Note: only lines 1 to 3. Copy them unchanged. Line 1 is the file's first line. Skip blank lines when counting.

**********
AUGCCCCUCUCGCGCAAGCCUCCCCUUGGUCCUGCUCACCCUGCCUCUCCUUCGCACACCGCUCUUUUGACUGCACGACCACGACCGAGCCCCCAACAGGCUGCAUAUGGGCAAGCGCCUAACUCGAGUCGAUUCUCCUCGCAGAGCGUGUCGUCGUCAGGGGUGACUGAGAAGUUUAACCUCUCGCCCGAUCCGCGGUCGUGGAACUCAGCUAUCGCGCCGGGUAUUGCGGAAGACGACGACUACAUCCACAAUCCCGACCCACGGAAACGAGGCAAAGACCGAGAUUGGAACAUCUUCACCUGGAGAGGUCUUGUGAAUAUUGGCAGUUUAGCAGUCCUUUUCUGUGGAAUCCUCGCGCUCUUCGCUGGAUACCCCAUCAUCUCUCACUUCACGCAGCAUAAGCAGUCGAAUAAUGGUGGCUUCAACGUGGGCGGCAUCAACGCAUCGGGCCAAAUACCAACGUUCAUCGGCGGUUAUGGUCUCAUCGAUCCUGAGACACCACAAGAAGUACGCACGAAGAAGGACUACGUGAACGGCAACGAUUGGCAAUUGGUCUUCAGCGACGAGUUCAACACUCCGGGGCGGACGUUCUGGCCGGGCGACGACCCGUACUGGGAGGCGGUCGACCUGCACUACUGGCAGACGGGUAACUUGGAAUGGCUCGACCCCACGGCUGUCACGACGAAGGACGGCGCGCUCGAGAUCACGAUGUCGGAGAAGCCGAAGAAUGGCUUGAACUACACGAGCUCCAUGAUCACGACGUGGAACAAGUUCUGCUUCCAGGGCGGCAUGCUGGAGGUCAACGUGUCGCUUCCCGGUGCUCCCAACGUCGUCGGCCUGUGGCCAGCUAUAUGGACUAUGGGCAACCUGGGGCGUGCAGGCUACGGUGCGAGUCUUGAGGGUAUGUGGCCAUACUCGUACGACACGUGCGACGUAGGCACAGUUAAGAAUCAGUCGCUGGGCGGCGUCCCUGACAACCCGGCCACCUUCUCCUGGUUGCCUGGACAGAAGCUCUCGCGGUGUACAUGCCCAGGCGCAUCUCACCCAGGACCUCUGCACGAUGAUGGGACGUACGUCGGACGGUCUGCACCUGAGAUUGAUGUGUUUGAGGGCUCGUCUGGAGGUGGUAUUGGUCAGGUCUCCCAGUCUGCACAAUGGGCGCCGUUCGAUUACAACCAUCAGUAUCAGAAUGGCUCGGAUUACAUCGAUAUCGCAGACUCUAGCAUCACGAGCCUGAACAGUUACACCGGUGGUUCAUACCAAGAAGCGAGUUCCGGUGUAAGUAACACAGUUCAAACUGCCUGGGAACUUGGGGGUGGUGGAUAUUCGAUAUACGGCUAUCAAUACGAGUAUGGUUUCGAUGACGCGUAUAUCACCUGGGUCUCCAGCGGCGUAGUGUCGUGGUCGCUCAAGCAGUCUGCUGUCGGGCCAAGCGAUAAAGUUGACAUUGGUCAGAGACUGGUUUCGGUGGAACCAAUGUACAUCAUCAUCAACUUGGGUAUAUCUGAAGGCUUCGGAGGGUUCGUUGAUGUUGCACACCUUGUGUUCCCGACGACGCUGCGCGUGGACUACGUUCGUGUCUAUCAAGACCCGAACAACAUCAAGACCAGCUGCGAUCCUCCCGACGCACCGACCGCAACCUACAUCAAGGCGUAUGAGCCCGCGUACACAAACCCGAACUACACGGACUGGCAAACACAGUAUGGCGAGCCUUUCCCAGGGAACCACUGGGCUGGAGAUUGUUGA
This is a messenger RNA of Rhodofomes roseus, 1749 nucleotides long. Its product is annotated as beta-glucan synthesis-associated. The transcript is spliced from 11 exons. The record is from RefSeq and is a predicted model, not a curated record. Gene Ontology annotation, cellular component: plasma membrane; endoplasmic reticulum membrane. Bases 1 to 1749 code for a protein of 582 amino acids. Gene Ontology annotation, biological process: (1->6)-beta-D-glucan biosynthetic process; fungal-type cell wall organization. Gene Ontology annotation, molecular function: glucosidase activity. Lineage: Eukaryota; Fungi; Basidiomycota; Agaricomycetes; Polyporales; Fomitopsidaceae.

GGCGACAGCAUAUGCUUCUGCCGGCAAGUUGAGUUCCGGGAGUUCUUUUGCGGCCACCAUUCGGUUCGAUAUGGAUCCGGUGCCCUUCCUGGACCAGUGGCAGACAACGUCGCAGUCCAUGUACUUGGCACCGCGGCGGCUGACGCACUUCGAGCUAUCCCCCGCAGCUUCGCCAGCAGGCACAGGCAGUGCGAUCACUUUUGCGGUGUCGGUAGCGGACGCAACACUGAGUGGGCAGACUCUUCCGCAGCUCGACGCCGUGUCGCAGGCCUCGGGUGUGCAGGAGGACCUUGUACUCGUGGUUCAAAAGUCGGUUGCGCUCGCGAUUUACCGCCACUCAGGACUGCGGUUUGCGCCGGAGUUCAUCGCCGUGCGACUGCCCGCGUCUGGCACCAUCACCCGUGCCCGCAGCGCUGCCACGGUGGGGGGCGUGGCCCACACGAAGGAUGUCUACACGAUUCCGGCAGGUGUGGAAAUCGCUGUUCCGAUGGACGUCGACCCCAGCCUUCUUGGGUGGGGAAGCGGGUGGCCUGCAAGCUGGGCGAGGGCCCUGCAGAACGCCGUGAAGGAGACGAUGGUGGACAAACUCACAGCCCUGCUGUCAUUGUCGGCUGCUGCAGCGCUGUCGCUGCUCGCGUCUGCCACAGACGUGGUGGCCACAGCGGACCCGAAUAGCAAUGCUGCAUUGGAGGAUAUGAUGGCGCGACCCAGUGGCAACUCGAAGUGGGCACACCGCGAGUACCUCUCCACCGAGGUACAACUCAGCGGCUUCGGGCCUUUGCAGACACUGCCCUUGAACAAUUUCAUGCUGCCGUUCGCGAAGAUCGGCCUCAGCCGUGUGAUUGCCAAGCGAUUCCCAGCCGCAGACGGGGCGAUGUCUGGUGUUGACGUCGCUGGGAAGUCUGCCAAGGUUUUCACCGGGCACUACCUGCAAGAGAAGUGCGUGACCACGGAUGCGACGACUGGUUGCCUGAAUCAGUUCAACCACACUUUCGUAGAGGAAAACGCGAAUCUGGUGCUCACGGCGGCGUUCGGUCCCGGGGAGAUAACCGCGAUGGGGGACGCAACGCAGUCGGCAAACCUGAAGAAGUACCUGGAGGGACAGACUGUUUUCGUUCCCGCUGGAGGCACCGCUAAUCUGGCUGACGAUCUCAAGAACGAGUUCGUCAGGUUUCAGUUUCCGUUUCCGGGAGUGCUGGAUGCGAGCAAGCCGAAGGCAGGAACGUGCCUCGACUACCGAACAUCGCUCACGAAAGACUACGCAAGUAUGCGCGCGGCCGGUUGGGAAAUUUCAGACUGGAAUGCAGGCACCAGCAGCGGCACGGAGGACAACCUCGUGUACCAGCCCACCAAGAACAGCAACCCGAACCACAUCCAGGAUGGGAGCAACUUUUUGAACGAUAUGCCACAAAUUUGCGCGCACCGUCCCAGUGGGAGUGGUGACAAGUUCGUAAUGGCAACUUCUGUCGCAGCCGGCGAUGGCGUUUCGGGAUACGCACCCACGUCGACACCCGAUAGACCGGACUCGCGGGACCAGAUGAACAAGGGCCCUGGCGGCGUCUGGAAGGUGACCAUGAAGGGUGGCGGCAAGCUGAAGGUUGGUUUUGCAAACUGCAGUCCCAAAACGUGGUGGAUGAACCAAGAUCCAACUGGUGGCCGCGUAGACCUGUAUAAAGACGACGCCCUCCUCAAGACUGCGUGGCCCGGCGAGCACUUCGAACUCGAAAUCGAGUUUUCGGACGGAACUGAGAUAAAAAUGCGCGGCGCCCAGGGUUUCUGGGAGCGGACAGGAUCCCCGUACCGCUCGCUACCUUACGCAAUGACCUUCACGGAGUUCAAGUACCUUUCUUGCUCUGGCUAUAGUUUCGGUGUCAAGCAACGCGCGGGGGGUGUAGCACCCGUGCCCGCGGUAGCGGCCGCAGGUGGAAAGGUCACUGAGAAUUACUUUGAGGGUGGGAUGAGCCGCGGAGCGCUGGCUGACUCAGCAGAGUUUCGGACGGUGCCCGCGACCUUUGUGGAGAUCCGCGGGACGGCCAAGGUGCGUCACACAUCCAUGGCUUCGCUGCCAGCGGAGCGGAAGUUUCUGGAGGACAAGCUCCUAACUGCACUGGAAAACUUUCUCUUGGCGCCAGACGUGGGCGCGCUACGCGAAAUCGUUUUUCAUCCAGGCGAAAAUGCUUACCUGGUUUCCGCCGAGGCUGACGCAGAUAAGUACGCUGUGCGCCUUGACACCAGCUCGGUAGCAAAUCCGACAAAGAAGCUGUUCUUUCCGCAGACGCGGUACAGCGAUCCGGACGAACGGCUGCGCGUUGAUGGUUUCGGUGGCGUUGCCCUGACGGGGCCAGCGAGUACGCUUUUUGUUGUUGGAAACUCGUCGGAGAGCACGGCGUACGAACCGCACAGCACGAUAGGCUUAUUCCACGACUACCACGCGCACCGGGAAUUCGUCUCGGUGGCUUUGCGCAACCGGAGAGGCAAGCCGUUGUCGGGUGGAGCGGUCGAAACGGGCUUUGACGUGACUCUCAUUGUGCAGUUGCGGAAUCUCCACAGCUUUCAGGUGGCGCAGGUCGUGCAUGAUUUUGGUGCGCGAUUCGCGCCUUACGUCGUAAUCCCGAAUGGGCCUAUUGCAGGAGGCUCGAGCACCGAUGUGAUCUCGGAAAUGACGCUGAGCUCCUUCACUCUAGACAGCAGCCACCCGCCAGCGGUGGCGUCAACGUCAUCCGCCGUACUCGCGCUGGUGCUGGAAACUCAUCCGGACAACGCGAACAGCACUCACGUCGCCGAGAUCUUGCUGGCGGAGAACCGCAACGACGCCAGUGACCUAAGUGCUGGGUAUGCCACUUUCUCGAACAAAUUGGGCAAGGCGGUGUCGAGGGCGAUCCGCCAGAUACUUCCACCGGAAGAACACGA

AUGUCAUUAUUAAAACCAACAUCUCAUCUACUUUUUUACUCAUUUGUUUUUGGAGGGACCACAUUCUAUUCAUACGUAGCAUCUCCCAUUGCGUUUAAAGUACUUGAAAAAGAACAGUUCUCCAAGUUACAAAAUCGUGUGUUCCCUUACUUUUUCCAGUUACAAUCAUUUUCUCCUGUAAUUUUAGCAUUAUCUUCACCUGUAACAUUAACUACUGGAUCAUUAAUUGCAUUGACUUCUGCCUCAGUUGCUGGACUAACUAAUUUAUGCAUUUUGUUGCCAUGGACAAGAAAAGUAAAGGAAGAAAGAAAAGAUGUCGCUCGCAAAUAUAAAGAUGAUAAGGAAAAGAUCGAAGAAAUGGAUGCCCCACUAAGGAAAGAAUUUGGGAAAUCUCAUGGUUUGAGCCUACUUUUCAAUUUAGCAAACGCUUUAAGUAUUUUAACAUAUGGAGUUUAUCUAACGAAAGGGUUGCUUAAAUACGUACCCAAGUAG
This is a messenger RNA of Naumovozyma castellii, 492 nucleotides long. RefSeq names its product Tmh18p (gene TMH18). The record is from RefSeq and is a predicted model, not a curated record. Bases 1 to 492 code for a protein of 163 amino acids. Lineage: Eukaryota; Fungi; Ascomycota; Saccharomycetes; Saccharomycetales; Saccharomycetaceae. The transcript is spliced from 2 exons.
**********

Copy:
AUGCCCCUCUCGCGCAAGCCUCCCCUUGGUCCUGCUCACCCUGCCUCUCCUUCGCACACCGCUCUUUUGACUGCACGACCACGACCGAGCCCCCAACAGGCUGCAUAUGGGCAAGCGCCUAACUCGAGUCGAUUCUCCUCGCAGAGCGUGUCGUCGUCAGGGGUGACUGAGAAGUUUAACCUCUCGCCCGAUCCGCGGUCGUGGAACUCAGCUAUCGCGCCGGGUAUUGCGGAAGACGACGACUACAUCCACAAUCCCGACCCACGGAAACGAGGCAAAGACCGAGAUUGGAACAUCUUCACCUGGAGAGGUCUUGUGAAUAUUGGCAGUUUAGCAGUCCUUUUCUGUGGAAUCCUCGCGCUCUUCGCUGGAUACCCCAUCAUCUCUCACUUCACGCAGCAUAAGCAGUCGAAUAAUGGUGGCUUCAACGUGGGCGGCAUCAACGCAUCGGGCCAAAUACCAACGUUCAUCGGCGGUUAUGGUCUCAUCGAUCCUGAGACACCACAAGAAGUACGCACGAAGAAGGACUACGUGAACGGCAACGAUUGGCAAUUGGUCUUCAGCGACGAGUUCAACACUCCGGGGCGGACGUUCUGGCCGGGCGACGACCCGUACUGGGAGGCGGUCGACCUGCACUACUGGCAGACGGGUAACUUGGAAUGGCUCGACCCCACGGCUGUCACGACGAAGGACGGCGCGCUCGAGAUCACGAUGUCGGAGAAGCCGAAGAAUGGCUUGAACUACACGAGCUCCAUGAUCACGACGUGGAACAAGUUCUGCUUCCAGGGCGGCAUGCUGGAGGUCAACGUGUCGCUUCCCGGUGCUCCCAACGUCGUCGGCCUGUGGCCAGCUAUAUGGACUAUGGGCAACCUGGGGCGUGCAGGCUACGGUGCGAGUCUUGAGGGUAUGUGGCCAUACUCGUACGACACGUGCGACGUAGGCACAGUUAAGAAUCAGUCGCUGGGCGGCGUCCCUGACAACCCGGCCACCUUCUCCUGGUUGCCUGGACAGAAGCUCUCGCGGUGUACAUGCCCAGGCGCAUCUCACCCAGGACCUCUGCACGAUGAUGGGACGUACGUCGGACGGUCUGCACCUGAGAUUGAUGUGUUUGAGGGCUCGUCUGGAGGUGGUAUUGGUCAGGUCUCCCAGUCUGCACAAUGGGCGCCGUUCGAUUACAACCAUCAGUAUCAGAAUGGCUCGGAUUACAUCGAUAUCGCAGACUCUAGCAUCACGAGCCUGAACAGUUACACCGGUGGUUCAUACCAAGAAGCGAGUUCCGGUGUAAGUAACACAGUUCAAACUGCCUGGGAACUUGGGGGUGGUGGAUAUUCGAUAUACGGCUAUCAAUACGAGUAUGGUUUCGAUGACGCGUAUAUCACCUGGGUCUCCAGCGGCGUAGUGUCGUGGUCGCUCAAGCAGUCUGCUGUCGGGCCAAGCGAUAAAGUUGACAUUGGUCAGAGACUGGUUUCGGUGGAACCAAUGUACAUCAUCAUCAACUUGGGUAUAUCUGAAGGCUUCGGAGGGUUCGUUGAUGUUGCACACCUUGUGUUCCCGACGACGCUGCGCGUGGACUACGUUCGUGUCUAUCAAGACCCGAACAACAUCAAGACCAGCUGCGAUCCUCCCGACGCACCGACCGCAACCUACAUCAAGGCGUAUGAGCCCGCGUACACAAACCCGAACUACACGGACUGGCAAACACAGUAUGGCGAGCCUUUCCCAGGGAACCACUGGGCUGGAGAUUGUUGA
This is a messenger RNA of Rhodofomes roseus, 1749 nucleotides long. Its product is annotated as beta-glucan synthesis-associated. The transcript is spliced from 11 exons. The record is from RefSeq and is a predicted model, not a curated record. Gene Ontology annotation, cellular component: plasma membrane; endoplasmic reticulum membrane. Bases 1 to 1749 code for a protein of 582 amino acids. Gene Ontology annotation, biological process: (1->6)-beta-D-glucan biosynthetic process; fungal-type cell wall organization. Gene Ontology annotation, molecular function: glucosidase activity. Lineage: Eukaryota; Fungi; Basidiomycota; Agaricomycetes; Polyporales; Fomitopsidaceae.

GGCGACAGCAUAUGCUUCUGCCGGCAAGUUGAGUUCCGGGAGUUCUUUUGCGGCCACCAUUCGGUUCGAUAUGGAUCCGGUGCCCUUCCUGGACCAGUGGCAGACAACGUCGCAGUCCAUGUACUUGGCACCGCGGCGGCUGACGCACUUCGAGCUAUCCCCCGCAGCUUCGCCAGCAGGCACAGGCAGUGCGAUCACUUUUGCGGUGUCGGUAGCGGACGCAACACUGAGUGGGCAGACUCUUCCGCAGCUCGACGCCGUGUCGCAGGCCUCGGGUGUGCAGGAGGACCUUGUACUCGUGGUUCAAAAGUCGGUUGCGCUCGCGAUUUACCGCCACUCAGGACUGCGGUUUGCGCCGGAGUUCAUCGCCGUGCGACUGCCCGCGUCUGGCACCAUCACCCGUGCCCGCAGCGCUGCCACGGUGGGGGGCGUGGCCCACACGAAGGAUGUCUACACGAUUCCGGCAGGUGUGGAAAUCGCUGUUCCGAUGGACGUCGACCCCAGCCUUCUUGGGUGGGGAAGCGGGUGGCCUGCAAGCUGGGCGAGGGCCCUGCAGAACGCCGUGAAGGAGACGAUGGUGGACAAACUCACAGCCCUGCUGUCAUUGUCGGCUGCUGCAGCGCUGUCGCUGCUCGCGUCUGCCACAGACGUGGUGGCCACAGCGGACCCGAAUAGCAAUGCUGCAUUGGAGGAUAUGAUGGCGCGACCCAGUGGCAACUCGAAGUGGGCACACCGCGAGUACCUCUCCACCGAGGUACAACUCAGCGGCUUCGGGCCUUUGCAGACACUGCCCUUGAACAAUUUCAUGCUGCCGUUCGCGAAGAUCGGCCUCAGCCGUGUGAUUGCCAAGCGAUUCCCAGCCGCAGACGGGGCGAUGUCUGGUGUUGACGUCGCUGGGAAGUCUGCCAAGGUUUUCACCGGGCACUACCUGCAAGAGAAGUGCGUGACCACGGAUGCGACGACUGGUUGCCUGAAUCAGUUCAACCACACUUUCGUAGAGGAAAACGCGAAUCUGGUGCUCACGGCGGCGUUCGGUCCCGGGGAGAUAACCGCGAUGGGGGACGCAACGCAGUCGGCAAACCUGAAGAAGUACCUGGAGGGACAGACUGUUUUCGUUCCCGCUGGAGGCACCGCUAAUCUGGCUGACGAUCUCAAGAACGAGUUCGUCAGGUUUCAGUUUCCGUUUCCGGGAGUGCUGGAUGCGAGCAAGCCGAAGGCAGGAACGUGCCUCGACUACCGAACAUCGCUCACGAAAGACUACGCAAGUAUGCGCGCGGCCGGUUGGGAAAUUUCAGACUGGAAUGCAGGCACCAGCAGCGGCACGGAGGACAACCUCGUGUACCAGCCCACCAAGAACAGCAACCCGAACCACAUCCAGGAUGGGAGCAACUUUUUGAACGAUAUGCCACAAAUUUGCGCGCACCGUCCCAGUGGGAGUGGUGACAAGUUCGUAAUGGCAACUUCUGUCGCAGCCGGCGAUGGCGUUUCGGGAUACGCACCCACGUCGACACCCGAUAGACCGGACUCGCGGGACCAGAUGAACAAGGGCCCUGGCGGCGUCUGGAAGGUGACCAUGAAGGGUGGCGGCAAGCUGAAGGUUGGUUUUGCAAACUGCAGUCCCAAAACGUGGUGGAUGAACCAAGAUCCAACUGGUGGCCGCGUAGACCUGUAUAAAGACGACGCCCUCCUCAAGACUGCGUGGCCCGGCGAGCACUUCGAACUCGAAAUCGAGUUUUCGGACGGAACUGAGAUAAAAAUGCGCGGCGCCCAGGGUUUCUGGGAGCGGACAGGAUCCCCGUACCGCUCGCUACCUUACGCAAUGACCUUCACGGAGUUCAAGUACCUUUCUUGCUCUGGCUAUAGUUUCGGUGUCAAGCAACGCGCGGGGGGUGUAGCACCCGUGCCCGCGGUAGCGGCCGCAGGUGGAAAGGUCACUGAGAAUUACUUUGAGGGUGGGAUGAGCCGCGGAGCGCUGGCUGACUCAGCAGAGUUUCGGACGGUGCCCGCGACCUUUGUGGAGAUCCGCGGGACGGCCAAGGUGCGUCACACAUCCAUGGCUUCGCUGCCAGCGGAGCGGAAGUUUCUGGAGGACAAGCUCCUAACUGCACUGGAAAACUUUCUCUUGGCGCCAGACGUGGGCGCGCUACGCGAAAUCGUUUUUCAUCCAGGCGAAAAUGCUUACCUGGUUUCCGCCGAGGCUGACGCAGAUAAGUACGCUGUGCGCCUUGACACCAGCUCGGUAGCAAAUCCGACAAAGAAGCUGUUCUUUCCGCAGACGCGGUACAGCGAUCCGGACGAACGGCUGCGCGUUGAUGGUUUCGGUGGCGUUGCCCUGACGGGGCCAGCGAGUACGCUUUUUGUUGUUGGAAACUCGUCGGAGAGCACGGCGUACGAACCGCACAGCACGAUAGGCUUAUUCCACGACUACCACGCGCACCGGGAAUUCGUCUCGGUGGCUUUGCGCAACCGGAGAGGCAAGCCGUUGUCGGGUGGAGCGGUCGAAACGGGCUUUGACGUGACUCUCAUUGUGCAGUUGCGGAAUCUCCACAGCUUUCAGGUGGCGCAGGUCGUGCAUGAUUUUGGUGCGCGAUUCGCGCCUUACGUCGUAAUCCCGAAUGGGCCUAUUGCAGGAGGCUCGAGCACCGAUGUGAUCUCGGAAAUGACGCUGAGCUCCUUCACUCUAGACAGCAGCCACCCGCCAGCGGUGGCGUCAACGUCAUCCGCCGUACUCGCGCUGGUGCUGGAAACUCAUCCGGACAACGCGAACAGCACUCACGUCGCCGAGAUCUUGCUGGCGGAGAACCGCAACGACGCCAGUGACCUAAGUGCUGGGUAUGCCACUUUCUCGAACAAAUUGGGCAAGGCGGUGUCGAGGGCGAUCCGCCAGAUACUUCCACCGGAAGAACACGA